They tested the hypothesis that NETosis leads to increased numbers of neutrophils by using mice deficient in a key enzyme of NETosis (PAD4). Correspondingly these Pad4 knock-out mice had a reduction in NETosis and cytoplasts present in their BALF samples after the same house dust mite and LPS sensitization. In line with this theory, they also had a reduction of neutrophils, and reduced lung inflammation, suggesting that something about the NETosis process was causing these symptoms.
Moreover, degrading NETs using deoxyribonuclease treatment did not impact neutrophilic inflammation, indicating neutrophilia was driven by the cytoplasts formed by NETosis rather than the NETs themselves. Administering neutralizing IL-17 antibodies to the mice reduced BALF neutrophils but not lung cytoplasts, suggesting that IL-17 production didn’t affect NETosis but did have a role in increasing neutrophil numbers.
The authors therefore postulated that cytoplasts may drive CD4+ T cell differentiation to Th17 cells and indeed cytoplasts were found to be more efficient than neutrophils at promoting dendritic cell induced Th17 cell differentiation.
One of the barriers to effectively treat severe asthmatics is the poor understanding of the mechanism behind neutrophilic inflammation. The increased neutrophil recruitment most likely leads to tissue damage worsening symptoms. This is then further exacerbated through the traditional use of steroids to treat the condition, as steroids prolong the survival of neutrophils (Wills-Karp 2018). If these findings in mice translate to humans then it could open the door to a new way of stratifying and treating patients with severe asthma.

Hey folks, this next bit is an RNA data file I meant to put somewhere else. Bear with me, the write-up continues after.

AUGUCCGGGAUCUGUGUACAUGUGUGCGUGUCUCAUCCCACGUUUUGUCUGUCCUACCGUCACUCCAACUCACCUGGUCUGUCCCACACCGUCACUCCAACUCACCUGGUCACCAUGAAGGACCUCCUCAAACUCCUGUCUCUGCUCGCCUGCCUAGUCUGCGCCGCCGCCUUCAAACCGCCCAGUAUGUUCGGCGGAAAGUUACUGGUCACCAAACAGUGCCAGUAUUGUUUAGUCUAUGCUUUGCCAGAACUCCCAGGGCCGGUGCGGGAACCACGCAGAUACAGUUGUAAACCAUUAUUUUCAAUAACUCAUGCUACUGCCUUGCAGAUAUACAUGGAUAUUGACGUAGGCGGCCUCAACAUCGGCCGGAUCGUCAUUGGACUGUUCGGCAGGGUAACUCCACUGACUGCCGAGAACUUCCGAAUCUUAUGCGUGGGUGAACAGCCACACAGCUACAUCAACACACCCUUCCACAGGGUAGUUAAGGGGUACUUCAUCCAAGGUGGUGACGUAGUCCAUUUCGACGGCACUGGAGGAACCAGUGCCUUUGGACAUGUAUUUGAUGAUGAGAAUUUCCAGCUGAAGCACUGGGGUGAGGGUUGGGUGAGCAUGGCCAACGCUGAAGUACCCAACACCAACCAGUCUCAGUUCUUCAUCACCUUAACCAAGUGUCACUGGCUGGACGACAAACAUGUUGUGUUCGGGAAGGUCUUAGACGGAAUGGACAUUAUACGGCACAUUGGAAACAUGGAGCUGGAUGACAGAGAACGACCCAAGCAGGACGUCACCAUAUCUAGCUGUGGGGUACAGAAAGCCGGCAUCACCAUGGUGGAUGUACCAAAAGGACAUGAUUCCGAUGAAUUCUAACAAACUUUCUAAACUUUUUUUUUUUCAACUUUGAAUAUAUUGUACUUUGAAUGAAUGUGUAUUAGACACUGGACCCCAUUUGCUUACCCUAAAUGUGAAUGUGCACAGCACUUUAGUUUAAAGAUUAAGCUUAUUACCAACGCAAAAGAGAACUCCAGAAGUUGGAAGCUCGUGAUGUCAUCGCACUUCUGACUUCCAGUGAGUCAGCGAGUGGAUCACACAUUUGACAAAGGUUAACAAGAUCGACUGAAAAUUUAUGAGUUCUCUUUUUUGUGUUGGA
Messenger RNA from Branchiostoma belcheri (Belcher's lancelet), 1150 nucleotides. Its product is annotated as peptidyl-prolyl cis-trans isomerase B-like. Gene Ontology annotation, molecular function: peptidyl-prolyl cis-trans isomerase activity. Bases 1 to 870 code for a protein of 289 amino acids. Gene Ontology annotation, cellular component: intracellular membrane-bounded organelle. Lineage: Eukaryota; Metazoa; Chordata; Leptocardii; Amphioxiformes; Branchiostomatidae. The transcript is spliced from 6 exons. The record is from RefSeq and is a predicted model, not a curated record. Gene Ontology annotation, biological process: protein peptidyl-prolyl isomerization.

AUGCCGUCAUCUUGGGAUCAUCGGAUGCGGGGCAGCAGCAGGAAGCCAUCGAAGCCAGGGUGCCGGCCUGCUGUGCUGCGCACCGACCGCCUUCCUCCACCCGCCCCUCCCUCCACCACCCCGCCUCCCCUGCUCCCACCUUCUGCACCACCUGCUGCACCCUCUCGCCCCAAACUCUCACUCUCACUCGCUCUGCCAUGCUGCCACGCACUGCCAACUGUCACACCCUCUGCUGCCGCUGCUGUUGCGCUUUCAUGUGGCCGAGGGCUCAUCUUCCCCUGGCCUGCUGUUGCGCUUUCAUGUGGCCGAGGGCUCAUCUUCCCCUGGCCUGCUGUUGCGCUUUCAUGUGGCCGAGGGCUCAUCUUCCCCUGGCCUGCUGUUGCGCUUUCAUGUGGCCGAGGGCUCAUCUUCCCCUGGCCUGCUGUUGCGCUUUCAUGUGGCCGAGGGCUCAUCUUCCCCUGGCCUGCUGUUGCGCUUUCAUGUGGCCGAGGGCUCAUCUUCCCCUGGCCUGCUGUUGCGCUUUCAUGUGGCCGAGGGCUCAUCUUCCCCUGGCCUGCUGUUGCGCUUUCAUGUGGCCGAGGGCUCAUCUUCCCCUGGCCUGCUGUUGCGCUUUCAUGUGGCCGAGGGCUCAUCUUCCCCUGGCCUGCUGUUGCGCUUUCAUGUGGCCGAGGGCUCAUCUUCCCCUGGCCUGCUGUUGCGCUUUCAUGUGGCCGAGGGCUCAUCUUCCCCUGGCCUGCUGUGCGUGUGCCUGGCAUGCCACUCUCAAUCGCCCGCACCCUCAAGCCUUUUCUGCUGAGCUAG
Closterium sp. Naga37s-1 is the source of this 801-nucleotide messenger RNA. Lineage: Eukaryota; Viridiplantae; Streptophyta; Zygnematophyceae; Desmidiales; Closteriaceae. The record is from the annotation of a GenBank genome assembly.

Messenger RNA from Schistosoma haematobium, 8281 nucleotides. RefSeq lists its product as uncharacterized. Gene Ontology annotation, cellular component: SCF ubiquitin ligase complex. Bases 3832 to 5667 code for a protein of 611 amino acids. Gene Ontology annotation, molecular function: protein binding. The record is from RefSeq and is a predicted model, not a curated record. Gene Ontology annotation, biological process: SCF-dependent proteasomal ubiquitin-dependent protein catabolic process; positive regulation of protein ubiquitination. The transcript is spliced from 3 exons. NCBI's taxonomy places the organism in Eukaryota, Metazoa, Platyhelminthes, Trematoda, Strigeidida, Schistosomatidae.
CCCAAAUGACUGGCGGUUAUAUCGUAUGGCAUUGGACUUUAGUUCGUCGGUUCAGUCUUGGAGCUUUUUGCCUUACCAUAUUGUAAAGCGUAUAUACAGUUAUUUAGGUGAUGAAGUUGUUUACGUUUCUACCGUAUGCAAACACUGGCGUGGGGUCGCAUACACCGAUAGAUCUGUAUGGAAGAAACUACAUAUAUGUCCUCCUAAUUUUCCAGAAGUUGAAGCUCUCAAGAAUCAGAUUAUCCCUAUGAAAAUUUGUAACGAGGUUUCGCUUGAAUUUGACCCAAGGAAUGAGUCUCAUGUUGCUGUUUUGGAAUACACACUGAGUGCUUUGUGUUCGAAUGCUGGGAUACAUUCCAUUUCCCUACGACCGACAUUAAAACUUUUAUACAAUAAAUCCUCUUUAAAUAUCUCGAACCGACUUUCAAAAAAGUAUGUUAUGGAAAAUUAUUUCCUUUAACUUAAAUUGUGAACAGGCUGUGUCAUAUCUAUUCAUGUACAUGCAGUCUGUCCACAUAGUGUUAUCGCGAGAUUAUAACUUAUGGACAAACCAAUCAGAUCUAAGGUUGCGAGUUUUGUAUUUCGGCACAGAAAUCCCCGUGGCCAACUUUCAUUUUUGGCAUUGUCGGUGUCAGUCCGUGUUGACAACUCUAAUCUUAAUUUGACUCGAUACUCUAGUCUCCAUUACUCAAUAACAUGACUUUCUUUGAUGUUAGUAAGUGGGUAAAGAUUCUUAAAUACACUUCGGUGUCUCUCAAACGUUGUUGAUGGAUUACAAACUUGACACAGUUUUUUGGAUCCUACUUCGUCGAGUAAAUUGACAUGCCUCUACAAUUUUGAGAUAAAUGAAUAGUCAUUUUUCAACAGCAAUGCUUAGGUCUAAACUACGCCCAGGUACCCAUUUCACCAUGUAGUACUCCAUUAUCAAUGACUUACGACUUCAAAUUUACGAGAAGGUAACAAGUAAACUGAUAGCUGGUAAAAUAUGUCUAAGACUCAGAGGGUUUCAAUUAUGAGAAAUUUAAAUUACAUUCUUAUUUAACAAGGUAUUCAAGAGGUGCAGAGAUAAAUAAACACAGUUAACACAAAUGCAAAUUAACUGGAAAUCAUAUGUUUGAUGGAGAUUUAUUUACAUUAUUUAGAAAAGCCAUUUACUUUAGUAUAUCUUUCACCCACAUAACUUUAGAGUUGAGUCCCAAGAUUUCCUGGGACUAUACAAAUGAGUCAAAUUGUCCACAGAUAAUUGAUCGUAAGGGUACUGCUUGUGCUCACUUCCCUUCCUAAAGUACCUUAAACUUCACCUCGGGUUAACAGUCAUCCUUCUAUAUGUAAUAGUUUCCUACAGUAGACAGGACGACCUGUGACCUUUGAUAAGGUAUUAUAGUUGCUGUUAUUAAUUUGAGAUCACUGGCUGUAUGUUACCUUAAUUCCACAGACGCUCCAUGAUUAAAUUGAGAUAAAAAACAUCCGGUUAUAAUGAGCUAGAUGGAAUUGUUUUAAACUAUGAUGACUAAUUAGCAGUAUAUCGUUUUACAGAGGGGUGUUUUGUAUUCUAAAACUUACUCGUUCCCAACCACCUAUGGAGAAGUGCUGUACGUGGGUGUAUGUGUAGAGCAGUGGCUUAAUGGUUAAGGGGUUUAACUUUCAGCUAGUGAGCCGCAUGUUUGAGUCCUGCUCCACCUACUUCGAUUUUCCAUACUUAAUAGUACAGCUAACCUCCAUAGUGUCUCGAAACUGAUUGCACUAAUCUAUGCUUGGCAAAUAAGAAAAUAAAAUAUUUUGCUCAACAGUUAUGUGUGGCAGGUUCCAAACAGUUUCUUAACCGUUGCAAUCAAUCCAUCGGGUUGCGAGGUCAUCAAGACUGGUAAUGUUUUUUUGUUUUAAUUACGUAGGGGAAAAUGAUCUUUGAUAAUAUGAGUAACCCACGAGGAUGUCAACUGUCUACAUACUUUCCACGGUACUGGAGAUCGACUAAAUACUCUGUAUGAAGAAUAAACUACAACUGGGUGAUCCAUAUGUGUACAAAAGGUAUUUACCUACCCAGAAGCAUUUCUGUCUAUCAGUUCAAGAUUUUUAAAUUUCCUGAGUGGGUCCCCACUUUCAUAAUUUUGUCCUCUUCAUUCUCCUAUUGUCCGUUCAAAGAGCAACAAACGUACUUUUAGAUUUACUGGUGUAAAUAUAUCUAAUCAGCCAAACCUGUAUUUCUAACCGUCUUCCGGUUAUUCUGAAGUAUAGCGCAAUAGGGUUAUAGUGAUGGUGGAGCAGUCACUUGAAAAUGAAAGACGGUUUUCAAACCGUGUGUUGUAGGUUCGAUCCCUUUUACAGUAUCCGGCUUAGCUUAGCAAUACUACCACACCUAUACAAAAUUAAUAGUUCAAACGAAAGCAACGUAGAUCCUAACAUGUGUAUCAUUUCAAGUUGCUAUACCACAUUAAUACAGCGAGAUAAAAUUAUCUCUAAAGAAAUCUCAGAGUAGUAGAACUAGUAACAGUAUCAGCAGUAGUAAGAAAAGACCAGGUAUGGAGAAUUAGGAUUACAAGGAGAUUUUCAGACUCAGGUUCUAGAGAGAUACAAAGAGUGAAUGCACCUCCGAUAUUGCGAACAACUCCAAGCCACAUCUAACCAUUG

To determine the relevance of their findings in humans, Krishnamoorthy et al. (2018) examined BALF samples from a cohort of severe asthmatics. Similar to their findings in mice, a subset of these patients had high neutrophil counts, as well as detectable cytoplasts and NETs. These parameters may therefore be useful in identifying severe asthma patients who may benefit from a different treatment approach to conventional corticosteroid regimes.
Although questions remain about the precise signals directing NETosis, blockade of this process may provide a more tailored approach to treat neutrophilic asthma and improve outcomes for some patients with severe asthma.
Neutrophils are the most abundant leukocyte found in the human blood stream and form the vanguard of the body’s cellular immune response. Bio-Rad offers a range of markers which can be used to identify neutrophils, in both mice and human samples.
Delgado-Rizo V et al. (2017). Neutrophil extracellular traps and its implications in inflammation: an overview. Front Immunol., 8: 81.
Fuchs TA et al. (2007). Novel cell death program leads to neutrophil extracellular traps. J Cell Biol., 176, 231-241.
Kaplan MJ and Radic M (2012). Neutrophil extracellular traps (NETs): double-edged swords of innate immunity. J Immunol., 189, 2869-2695.
Krishnamoorthy N et al. (2018). Neutrophil cytoplasts induce TH17 differentiation and skew inflammation toward neutrophilia in severe asthma. Sci Immunol., 3, 3-16, pii: eaao4747.
Wills-Karp M (2018). Neutrophil ghosts worsen asthma. Sci Immunol., 3, 3, pii: eaau0112.